Mark Herrmann at above the Law had a good post today on whether individuals hire law firms or hire lawyers. The conclusion was that people hire lawyers, or at least they should. I agree.
Clients Hire Lawyers: Sometimes
Mark notes that one of the reasons to hire lawyers and not firms is because if you are hiring a firm you never know what you are going to get. True enough. Especially in a large firm, the quality of the lawyers will vary vastly and you never really know who will be assigned your case, unless you demand a specific lawyer. And even then you don’t know whether the lawyer will be doing most of the work herself, or junior associates will be assigned to the job.
While clients should hire lawyers, they don’t always. For example a client might initially be attracted to the firm by a commercial or website or the firm’s size, prestige and apparent power. In that case, over time, the client is simply going to become comfortable with one particular lawyer and will convert from caring about what firm he hired to what lawyer he works with. This is assuming the lawyer does a good job. Firms need to remember that the the clients’ relationship will be with the lawyer and keep that in mind when engaging in cross-selling of the firm and its services (more on that later.)
In a solo or small firm (under 10 lawyers) it is very clear that it is the lawyer being hired. In small firms it is unlikely that other attorneys will work on the case, more likely a clerk or paralegals will become involved and in some ways it is easier to see how the client chose the attorney. Large firms might want to take a look and see how the process works for a smaller firm. It might help them to see the reality of the situation. Never underestimate the solo or small firm lawyer. He might just have something to teach you.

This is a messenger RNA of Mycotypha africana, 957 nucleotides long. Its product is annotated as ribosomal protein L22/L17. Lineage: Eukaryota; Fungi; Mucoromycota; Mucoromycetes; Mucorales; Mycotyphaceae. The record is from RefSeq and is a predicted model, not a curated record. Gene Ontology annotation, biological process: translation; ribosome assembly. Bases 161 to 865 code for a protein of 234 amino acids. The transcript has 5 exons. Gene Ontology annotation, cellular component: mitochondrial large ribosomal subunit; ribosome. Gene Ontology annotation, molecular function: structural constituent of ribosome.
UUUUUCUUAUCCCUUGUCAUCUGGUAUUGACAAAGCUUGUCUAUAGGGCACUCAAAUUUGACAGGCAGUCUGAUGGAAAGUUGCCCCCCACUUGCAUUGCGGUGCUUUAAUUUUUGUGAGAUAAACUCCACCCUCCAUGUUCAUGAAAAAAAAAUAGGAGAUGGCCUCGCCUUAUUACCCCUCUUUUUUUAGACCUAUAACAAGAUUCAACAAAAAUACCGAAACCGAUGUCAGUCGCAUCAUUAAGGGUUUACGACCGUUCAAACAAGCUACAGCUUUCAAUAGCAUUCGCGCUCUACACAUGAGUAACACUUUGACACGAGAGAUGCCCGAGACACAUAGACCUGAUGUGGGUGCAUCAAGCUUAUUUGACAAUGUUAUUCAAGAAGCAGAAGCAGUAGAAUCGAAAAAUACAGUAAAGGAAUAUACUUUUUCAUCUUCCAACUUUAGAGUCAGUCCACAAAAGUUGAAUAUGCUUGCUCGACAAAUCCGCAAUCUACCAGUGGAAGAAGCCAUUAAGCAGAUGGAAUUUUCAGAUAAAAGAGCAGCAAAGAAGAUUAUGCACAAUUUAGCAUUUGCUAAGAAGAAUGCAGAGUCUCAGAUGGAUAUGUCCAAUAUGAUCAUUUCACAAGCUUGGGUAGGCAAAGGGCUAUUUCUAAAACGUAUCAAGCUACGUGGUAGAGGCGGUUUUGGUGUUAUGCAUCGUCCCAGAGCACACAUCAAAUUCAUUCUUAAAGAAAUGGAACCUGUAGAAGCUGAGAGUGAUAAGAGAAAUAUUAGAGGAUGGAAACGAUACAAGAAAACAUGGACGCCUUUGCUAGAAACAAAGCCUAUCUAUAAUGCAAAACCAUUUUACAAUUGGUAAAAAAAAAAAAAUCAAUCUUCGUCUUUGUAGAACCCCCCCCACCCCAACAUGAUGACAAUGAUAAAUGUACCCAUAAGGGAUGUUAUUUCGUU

After stating unequivocally that clients should hire lawyers, Mark moves on to the intriguing question of how firms and clients should handle cross-selling. Since Mark asks the question, I think I’ll take the opportunity to join into the conversation with him. (Even though I guarantee he has no idea who I am.)
I have been a complicit target of cross-selling for many years. The cross-selling to which I am referring relates to seminar organization. When I create (or should I say created) a seminar for PBI, my first step was often to find a course planner or two. The course planner would then help me locate additional faculty.
Is He the Best Speaker?
This is where the cross-selling came in. While the course planner normally wanted the best co-speakers he could find, it wasn’t at all uncommon for those suggested speakers to be from the same firm or related to the firm in some way. I had no issue with attorneys wanting to include associates or partners from their firms as additional speakers, as long as three requirements were met:
First, I tried to limit the number to two people from one firm on any given lecture date. (Large Institutes with 20 or more faculty excepted.)